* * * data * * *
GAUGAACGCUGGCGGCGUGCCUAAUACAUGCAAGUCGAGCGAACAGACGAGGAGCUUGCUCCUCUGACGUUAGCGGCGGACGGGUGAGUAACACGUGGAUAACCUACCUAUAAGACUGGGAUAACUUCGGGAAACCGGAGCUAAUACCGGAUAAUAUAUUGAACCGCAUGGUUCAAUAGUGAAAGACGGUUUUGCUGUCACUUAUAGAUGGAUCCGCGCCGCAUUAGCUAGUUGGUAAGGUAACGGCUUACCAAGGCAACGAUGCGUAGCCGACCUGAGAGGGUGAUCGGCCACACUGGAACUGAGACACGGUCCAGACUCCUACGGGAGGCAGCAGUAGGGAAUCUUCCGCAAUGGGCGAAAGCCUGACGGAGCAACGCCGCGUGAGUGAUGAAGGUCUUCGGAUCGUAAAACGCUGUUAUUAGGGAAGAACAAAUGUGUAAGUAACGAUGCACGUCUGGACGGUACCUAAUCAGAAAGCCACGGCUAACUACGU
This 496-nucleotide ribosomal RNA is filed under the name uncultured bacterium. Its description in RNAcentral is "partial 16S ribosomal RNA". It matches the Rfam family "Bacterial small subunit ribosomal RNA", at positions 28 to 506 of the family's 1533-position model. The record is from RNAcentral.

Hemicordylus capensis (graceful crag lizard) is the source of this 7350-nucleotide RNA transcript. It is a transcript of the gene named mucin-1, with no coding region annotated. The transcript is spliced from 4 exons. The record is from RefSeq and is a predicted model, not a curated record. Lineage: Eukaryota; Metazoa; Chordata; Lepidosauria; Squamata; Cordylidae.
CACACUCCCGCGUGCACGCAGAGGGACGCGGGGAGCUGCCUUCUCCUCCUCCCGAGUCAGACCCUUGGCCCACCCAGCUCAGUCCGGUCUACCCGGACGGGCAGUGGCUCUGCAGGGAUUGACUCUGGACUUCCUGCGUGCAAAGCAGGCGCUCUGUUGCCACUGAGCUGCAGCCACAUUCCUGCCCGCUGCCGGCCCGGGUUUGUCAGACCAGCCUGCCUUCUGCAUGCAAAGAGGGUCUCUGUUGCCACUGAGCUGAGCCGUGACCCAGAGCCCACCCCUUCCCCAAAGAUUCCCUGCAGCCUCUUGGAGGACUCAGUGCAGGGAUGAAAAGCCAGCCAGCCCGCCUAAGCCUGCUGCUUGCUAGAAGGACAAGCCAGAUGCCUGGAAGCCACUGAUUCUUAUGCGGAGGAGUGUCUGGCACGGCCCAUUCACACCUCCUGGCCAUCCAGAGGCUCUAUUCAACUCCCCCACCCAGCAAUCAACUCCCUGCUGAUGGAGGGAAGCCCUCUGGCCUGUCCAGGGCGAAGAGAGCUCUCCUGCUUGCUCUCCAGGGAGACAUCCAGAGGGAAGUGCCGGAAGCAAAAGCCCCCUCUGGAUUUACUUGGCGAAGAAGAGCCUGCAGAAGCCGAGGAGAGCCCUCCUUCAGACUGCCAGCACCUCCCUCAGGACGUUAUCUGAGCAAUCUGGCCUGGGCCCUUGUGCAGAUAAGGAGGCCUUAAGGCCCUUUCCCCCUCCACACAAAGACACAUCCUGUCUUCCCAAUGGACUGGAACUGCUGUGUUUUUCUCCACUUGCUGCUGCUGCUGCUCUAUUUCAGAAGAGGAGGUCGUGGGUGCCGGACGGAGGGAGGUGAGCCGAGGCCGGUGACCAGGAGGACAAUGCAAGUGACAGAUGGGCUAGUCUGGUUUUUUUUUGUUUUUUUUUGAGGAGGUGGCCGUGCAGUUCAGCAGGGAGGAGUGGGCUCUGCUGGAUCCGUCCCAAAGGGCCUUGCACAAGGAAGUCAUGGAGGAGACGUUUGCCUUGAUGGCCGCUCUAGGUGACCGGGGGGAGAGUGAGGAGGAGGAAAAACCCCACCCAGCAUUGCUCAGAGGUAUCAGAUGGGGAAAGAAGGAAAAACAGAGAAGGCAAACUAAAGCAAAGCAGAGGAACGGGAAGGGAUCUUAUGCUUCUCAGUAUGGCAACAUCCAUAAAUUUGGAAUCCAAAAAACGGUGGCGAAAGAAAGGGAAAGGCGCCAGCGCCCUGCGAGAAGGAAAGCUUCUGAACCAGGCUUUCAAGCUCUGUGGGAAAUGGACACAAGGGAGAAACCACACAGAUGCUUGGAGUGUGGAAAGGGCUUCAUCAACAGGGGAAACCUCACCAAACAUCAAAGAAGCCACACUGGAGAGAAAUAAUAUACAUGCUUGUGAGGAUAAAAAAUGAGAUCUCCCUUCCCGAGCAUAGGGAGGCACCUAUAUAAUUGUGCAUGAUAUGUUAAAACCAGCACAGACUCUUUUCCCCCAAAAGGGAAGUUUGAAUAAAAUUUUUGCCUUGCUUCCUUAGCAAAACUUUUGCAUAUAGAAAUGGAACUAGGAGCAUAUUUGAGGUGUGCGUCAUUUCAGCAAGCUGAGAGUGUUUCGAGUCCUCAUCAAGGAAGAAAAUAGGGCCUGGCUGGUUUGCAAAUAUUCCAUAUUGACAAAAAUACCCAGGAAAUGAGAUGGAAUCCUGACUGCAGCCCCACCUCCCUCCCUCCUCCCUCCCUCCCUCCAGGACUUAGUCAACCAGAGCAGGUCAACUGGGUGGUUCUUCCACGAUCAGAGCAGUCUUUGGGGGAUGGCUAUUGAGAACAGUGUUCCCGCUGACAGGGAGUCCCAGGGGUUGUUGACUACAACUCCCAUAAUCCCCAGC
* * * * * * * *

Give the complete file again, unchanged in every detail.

GAUGAACGCUGGCGGCGUGCCUAAUACAUGCAAGUCGAGCGAACAGACGAGGAGCUUGCUCCUCUGACGUUAGCGGCGGACGGGUGAGUAACACGUGGAUAACCUACCUAUAAGACUGGGAUAACUUCGGGAAACCGGAGCUAAUACCGGAUAAUAUAUUGAACCGCAUGGUUCAAUAGUGAAAGACGGUUUUGCUGUCACUUAUAGAUGGAUCCGCGCCGCAUUAGCUAGUUGGUAAGGUAACGGCUUACCAAGGCAACGAUGCGUAGCCGACCUGAGAGGGUGAUCGGCCACACUGGAACUGAGACACGGUCCAGACUCCUACGGGAGGCAGCAGUAGGGAAUCUUCCGCAAUGGGCGAAAGCCUGACGGAGCAACGCCGCGUGAGUGAUGAAGGUCUUCGGAUCGUAAAACGCUGUUAUUAGGGAAGAACAAAUGUGUAAGUAACGAUGCACGUCUGGACGGUACCUAAUCAGAAAGCCACGGCUAACUACGU
This 496-nucleotide ribosomal RNA is filed under the name uncultured bacterium. Its description in RNAcentral is "partial 16S ribosomal RNA". It matches the Rfam family "Bacterial small subunit ribosomal RNA", at positions 28 to 506 of the family's 1533-position model. The record is from RNAcentral.

Hemicordylus capensis (graceful crag lizard) is the source of this 7350-nucleotide RNA transcript. It is a transcript of the gene named mucin-1, with no coding region annotated. The transcript is spliced from 4 exons. The record is from RefSeq and is a predicted model, not a curated record. Lineage: Eukaryota; Metazoa; Chordata; Lepidosauria; Squamata; Cordylidae.
CACACUCCCGCGUGCACGCAGAGGGACGCGGGGAGCUGCCUUCUCCUCCUCCCGAGUCAGACCCUUGGCCCACCCAGCUCAGUCCGGUCUACCCGGACGGGCAGUGGCUCUGCAGGGAUUGACUCUGGACUUCCUGCGUGCAAAGCAGGCGCUCUGUUGCCACUGAGCUGCAGCCACAUUCCUGCCCGCUGCCGGCCCGGGUUUGUCAGACCAGCCUGCCUUCUGCAUGCAAAGAGGGUCUCUGUUGCCACUGAGCUGAGCCGUGACCCAGAGCCCACCCCUUCCCCAAAGAUUCCCUGCAGCCUCUUGGAGGACUCAGUGCAGGGAUGAAAAGCCAGCCAGCCCGCCUAAGCCUGCUGCUUGCUAGAAGGACAAGCCAGAUGCCUGGAAGCCACUGAUUCUUAUGCGGAGGAGUGUCUGGCACGGCCCAUUCACACCUCCUGGCCAUCCAGAGGCUCUAUUCAACUCCCCCACCCAGCAAUCAACUCCCUGCUGAUGGAGGGAAGCCCUCUGGCCUGUCCAGGGCGAAGAGAGCUCUCCUGCUUGCUCUCCAGGGAGACAUCCAGAGGGAAGUGCCGGAAGCAAAAGCCCCCUCUGGAUUUACUUGGCGAAGAAGAGCCUGCAGAAGCCGAGGAGAGCCCUCCUUCAGACUGCCAGCACCUCCCUCAGGACGUUAUCUGAGCAAUCUGGCCUGGGCCCUUGUGCAGAUAAGGAGGCCUUAAGGCCCUUUCCCCCUCCACACAAAGACACAUCCUGUCUUCCCAAUGGACUGGAACUGCUGUGUUUUUCUCCACUUGCUGCUGCUGCUGCUCUAUUUCAGAAGAGGAGGUCGUGGGUGCCGGACGGAGGGAGGUGAGCCGAGGCCGGUGACCAGGAGGACAAUGCAAGUGACAGAUGGGCUAGUCUGGUUUUUUUUUGUUUUUUUUUGAGGAGGUGGCCGUGCAGUUCAGCAGGGAGGAGUGGGCUCUGCUGGAUCCGUCCCAAAGGGCCUUGCACAAGGAAGUCAUGGAGGAGACGUUUGCCUUGAUGGCCGCUCUAGGUGACCGGGGGGAGAGUGAGGAGGAGGAAAAACCCCACCCAGCAUUGCUCAGAGGUAUCAGAUGGGGAAAGAAGGAAAAACAGAGAAGGCAAACUAAAGCAAAGCAGAGGAACGGGAAGGGAUCUUAUGCUUCUCAGUAUGGCAACAUCCAUAAAUUUGGAAUCCAAAAAACGGUGGCGAAAGAAAGGGAAAGGCGCCAGCGCCCUGCGAGAAGGAAAGCUUCUGAACCAGGCUUUCAAGCUCUGUGGGAAAUGGACACAAGGGAGAAACCACACAGAUGCUUGGAGUGUGGAAAGGGCUUCAUCAACAGGGGAAACCUCACCAAACAUCAAAGAAGCCACACUGGAGAGAAAUAAUAUACAUGCUUGUGAGGAUAAAAAAUGAGAUCUCCCUUCCCGAGCAUAGGGAGGCACCUAUAUAAUUGUGCAUGAUAUGUUAAAACCAGCACAGACUCUUUUCCCCCAAAAGGGAAGUUUGAAUAAAAUUUUUGCCUUGCUUCCUUAGCAAAACUUUUGCAUAUAGAAAUGGAACUAGGAGCAUAUUUGAGGUGUGCGUCAUUUCAGCAAGCUGAGAGUGUUUCGAGUCCUCAUCAAGGAAGAAAAUAGGGCCUGGCUGGUUUGCAAAUAUUCCAUAUUGACAAAAAUACCCAGGAAAUGAGAUGGAAUCCUGACUGCAGCCCCACCUCCCUCCCUCCUCCCUCCCUCCCUCCAGGACUUAGUCAACCAGAGCAGGUCAACUGGGUGGUUCUUCCACGAUCAGAGCAGUCUUUGGGGGAUGGCUAUUGAGAACAGUGUUCCCGCUGACAGGGAGUCCCAGGGGUUGUUGACUACAACUCCCAUAAUCCCCAGC